Once your car is parked, remember that there will be two cars parked very close to yours. Carefully open your car doors. Instruct your excited children to open the doors slowly, or open the doors for them. There are new scratches and dents daily because people weren’t careful. Remember as well that the people next to you also want to get out of their car. Don’t block their doors by standing next to your car with your doors open.

3) Don’t Stand Behind Your Car

Yes, you have things in your trunk that you need to get out. Do it quickly, but don’t then continue to stand behind your car. The cars in the theme park parking lots are parked one in front of another. If you are in the front and you’re standing behind your car, you’ll be blocking the space behind you. If you’re in the back space there will be cars coming for the next row. Don’t set up the stroller or put on sunscreen behind your car. Go in front of your car to where the cars are already parked. It’s safer for you, and easier for other drivers.

2) Use Caution at All Times

While you’re driving and then after you’re out of your car, be careful. Hold your children’s hands and watch for traffic. Don’t let excited kids run, act like you would in any other parking lot. If you decide to save time and skip the tram, walk in designated areas.

1) Write Down Where You Parked

Don’t think that you’ll remember where you parked. A day in one of the parks is exhausting, and the last thing that you want to do at the end of the night is to wander around, trying to remember which row you parked in. Write down which section you’re in and the row as well. Take a picture of it with your phone and text the picture to someone else in your party. Don’t rely on your memory. If you can’t write it down for some reason, find something to associate the number with, such as a friend’s age. Between show times, FastPass+, and dining reservations you’ll have plenty of numbers floating through your head. Don’t chance that you’ll forget where you parked your car.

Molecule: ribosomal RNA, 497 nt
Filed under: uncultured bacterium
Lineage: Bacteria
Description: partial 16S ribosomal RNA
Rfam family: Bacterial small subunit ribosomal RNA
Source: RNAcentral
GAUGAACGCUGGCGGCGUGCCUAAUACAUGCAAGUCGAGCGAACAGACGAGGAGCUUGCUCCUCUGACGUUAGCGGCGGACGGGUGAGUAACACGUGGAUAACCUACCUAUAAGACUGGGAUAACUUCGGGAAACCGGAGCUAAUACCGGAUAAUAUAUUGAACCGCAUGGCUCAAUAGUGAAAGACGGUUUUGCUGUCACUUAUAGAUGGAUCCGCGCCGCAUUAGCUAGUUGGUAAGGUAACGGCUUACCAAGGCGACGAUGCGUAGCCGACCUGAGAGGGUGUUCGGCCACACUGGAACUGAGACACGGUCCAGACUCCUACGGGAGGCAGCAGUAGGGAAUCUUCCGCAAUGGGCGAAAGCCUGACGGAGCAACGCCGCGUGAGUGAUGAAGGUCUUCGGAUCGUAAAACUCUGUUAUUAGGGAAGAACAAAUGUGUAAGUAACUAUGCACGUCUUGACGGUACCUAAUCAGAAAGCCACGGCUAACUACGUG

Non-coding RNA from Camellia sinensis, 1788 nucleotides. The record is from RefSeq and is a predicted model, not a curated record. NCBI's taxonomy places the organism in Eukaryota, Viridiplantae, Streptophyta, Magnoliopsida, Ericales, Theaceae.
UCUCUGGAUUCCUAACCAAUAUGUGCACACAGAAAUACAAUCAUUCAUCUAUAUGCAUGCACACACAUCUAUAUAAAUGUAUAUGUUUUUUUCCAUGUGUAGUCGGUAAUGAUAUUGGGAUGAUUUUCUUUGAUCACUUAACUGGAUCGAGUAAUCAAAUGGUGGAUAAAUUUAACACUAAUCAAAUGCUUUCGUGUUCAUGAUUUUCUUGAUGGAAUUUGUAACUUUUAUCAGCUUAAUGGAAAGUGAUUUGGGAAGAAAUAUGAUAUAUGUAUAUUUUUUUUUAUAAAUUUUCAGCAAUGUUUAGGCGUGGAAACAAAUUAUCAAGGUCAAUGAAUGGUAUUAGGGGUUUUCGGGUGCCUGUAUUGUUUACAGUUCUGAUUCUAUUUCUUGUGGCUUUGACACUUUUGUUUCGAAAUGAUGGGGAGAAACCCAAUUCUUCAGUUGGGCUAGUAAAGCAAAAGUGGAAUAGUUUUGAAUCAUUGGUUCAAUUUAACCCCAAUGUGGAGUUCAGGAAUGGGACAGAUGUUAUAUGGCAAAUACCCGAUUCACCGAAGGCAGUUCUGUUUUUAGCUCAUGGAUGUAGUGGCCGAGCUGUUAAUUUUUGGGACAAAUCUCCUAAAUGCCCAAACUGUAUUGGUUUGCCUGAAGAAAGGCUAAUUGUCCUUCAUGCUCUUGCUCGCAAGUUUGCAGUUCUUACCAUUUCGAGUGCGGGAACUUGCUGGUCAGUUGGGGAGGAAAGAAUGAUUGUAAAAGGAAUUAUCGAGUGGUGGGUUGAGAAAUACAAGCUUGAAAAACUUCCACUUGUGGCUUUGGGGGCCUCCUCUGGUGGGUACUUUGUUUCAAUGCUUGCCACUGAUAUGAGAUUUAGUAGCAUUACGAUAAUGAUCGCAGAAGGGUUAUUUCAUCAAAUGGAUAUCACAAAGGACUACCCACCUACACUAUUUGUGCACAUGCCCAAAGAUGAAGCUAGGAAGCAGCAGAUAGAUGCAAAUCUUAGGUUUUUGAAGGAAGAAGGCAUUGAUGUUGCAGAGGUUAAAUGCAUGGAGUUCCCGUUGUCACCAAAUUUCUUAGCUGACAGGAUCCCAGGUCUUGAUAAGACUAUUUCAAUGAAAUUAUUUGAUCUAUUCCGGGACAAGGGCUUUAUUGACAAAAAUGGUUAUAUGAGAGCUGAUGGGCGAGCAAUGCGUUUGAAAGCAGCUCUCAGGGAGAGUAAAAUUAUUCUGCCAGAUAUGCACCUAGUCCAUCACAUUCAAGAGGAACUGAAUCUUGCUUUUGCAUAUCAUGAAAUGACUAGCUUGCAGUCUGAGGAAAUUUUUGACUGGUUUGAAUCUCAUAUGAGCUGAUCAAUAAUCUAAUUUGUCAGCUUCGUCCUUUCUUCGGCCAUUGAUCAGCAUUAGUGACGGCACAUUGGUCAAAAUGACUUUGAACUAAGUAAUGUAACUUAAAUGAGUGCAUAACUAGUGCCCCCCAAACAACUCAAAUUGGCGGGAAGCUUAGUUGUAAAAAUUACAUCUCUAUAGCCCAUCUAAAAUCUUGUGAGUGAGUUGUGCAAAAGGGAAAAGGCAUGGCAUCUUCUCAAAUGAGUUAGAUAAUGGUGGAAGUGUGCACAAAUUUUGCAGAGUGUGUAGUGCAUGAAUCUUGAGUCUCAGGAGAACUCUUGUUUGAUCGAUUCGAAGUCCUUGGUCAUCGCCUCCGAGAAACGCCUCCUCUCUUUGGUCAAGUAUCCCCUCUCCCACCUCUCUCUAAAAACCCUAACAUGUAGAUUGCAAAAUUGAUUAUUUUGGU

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About PaulaK

I grew up in Western Massachusetts. When I was nine my family went to Disneyland and I was hooked. I grew up, attended New England College in Henniker, NH and eventually moved to Virginia. I worked as a disc jockey, married and became a full time mom when our daughter was born. Fast forward several years. In 2010 we moved to Central Florida and my Disney obsession grew. I now work as a freelance writer and spend my spare time in the parks. Under the name Paula Brown I penned the novels Dream Wanderers and The Coffee Cruiser. I also am a co-author of Dining at Walt Disney World: The Definitive Guide. I'm obsessed with Star Wars, so this is a good time to live in Central Florida. I've been a vegetarian for well over a decade, a choice that my daughter eventually made as well. While my husband still hasn't joined us fully he has given up most meats except for seafood. I was relieved to find that vegetarian dining is not difficult at Walt Disney World.